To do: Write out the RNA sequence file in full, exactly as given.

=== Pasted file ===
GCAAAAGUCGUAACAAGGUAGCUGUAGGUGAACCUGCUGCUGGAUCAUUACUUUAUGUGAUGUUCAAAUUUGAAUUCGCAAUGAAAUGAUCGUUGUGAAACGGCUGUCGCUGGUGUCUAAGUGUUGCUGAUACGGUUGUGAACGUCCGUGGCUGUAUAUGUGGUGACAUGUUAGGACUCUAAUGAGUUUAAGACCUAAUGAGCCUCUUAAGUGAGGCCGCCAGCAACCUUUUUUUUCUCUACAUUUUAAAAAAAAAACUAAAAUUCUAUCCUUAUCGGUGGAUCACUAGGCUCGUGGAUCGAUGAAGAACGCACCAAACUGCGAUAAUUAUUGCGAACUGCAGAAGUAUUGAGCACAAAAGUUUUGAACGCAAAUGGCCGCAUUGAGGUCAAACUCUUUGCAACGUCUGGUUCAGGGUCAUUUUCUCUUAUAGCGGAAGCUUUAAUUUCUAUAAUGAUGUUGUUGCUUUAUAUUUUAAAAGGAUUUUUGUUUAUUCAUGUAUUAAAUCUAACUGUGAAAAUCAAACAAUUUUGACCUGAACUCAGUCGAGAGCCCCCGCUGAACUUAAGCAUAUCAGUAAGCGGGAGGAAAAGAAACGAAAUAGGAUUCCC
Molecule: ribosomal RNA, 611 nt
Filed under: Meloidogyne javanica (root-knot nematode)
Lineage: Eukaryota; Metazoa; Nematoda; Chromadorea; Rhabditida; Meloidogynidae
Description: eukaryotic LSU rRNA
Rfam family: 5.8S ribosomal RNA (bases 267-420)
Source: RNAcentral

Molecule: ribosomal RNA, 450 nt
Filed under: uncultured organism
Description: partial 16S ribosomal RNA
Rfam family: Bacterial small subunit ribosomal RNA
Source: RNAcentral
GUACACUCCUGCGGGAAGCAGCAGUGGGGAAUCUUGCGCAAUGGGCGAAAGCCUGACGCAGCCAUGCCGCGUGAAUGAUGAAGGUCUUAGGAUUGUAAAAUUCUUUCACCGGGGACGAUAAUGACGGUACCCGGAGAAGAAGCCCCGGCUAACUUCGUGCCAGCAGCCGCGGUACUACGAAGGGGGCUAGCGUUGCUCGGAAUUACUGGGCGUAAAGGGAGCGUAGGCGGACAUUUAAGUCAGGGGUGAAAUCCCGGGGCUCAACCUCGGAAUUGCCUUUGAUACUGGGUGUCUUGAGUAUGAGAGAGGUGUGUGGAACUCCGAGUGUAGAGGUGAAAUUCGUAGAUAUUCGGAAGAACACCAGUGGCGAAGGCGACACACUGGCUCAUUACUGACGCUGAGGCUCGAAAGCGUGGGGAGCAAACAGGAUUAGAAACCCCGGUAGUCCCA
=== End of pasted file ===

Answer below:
GCAAAAGUCGUAACAAGGUAGCUGUAGGUGAACCUGCUGCUGGAUCAUUACUUUAUGUGAUGUUCAAAUUUGAAUUCGCAAUGAAAUGAUCGUUGUGAAACGGCUGUCGCUGGUGUCUAAGUGUUGCUGAUACGGUUGUGAACGUCCGUGGCUGUAUAUGUGGUGACAUGUUAGGACUCUAAUGAGUUUAAGACCUAAUGAGCCUCUUAAGUGAGGCCGCCAGCAACCUUUUUUUUCUCUACAUUUUAAAAAAAAAACUAAAAUUCUAUCCUUAUCGGUGGAUCACUAGGCUCGUGGAUCGAUGAAGAACGCACCAAACUGCGAUAAUUAUUGCGAACUGCAGAAGUAUUGAGCACAAAAGUUUUGAACGCAAAUGGCCGCAUUGAGGUCAAACUCUUUGCAACGUCUGGUUCAGGGUCAUUUUCUCUUAUAGCGGAAGCUUUAAUUUCUAUAAUGAUGUUGUUGCUUUAUAUUUUAAAAGGAUUUUUGUUUAUUCAUGUAUUAAAUCUAACUGUGAAAAUCAAACAAUUUUGACCUGAACUCAGUCGAGAGCCCCCGCUGAACUUAAGCAUAUCAGUAAGCGGGAGGAAAAGAAACGAAAUAGGAUUCCC
Molecule: ribosomal RNA, 611 nt
Filed under: Meloidogyne javanica (root-knot nematode)
Lineage: Eukaryota; Metazoa; Nematoda; Chromadorea; Rhabditida; Meloidogynidae
Description: eukaryotic LSU rRNA
Rfam family: 5.8S ribosomal RNA (bases 267-420)
Source: RNAcentral

Molecule: ribosomal RNA, 450 nt
Filed under: uncultured organism
Description: partial 16S ribosomal RNA
Rfam family: Bacterial small subunit ribosomal RNA
Source: RNAcentral
GUACACUCCUGCGGGAAGCAGCAGUGGGGAAUCUUGCGCAAUGGGCGAAAGCCUGACGCAGCCAUGCCGCGUGAAUGAUGAAGGUCUUAGGAUUGUAAAAUUCUUUCACCGGGGACGAUAAUGACGGUACCCGGAGAAGAAGCCCCGGCUAACUUCGUGCCAGCAGCCGCGGUACUACGAAGGGGGCUAGCGUUGCUCGGAAUUACUGGGCGUAAAGGGAGCGUAGGCGGACAUUUAAGUCAGGGGUGAAAUCCCGGGGCUCAACCUCGGAAUUGCCUUUGAUACUGGGUGUCUUGAGUAUGAGAGAGGUGUGUGGAACUCCGAGUGUAGAGGUGAAAUUCGUAGAUAUUCGGAAGAACACCAGUGGCGAAGGCGACACACUGGCUCAUUACUGACGCUGAGGCUCGAAAGCGUGGGGAGCAAACAGGAUUAGAAACCCCGGUAGUCCCA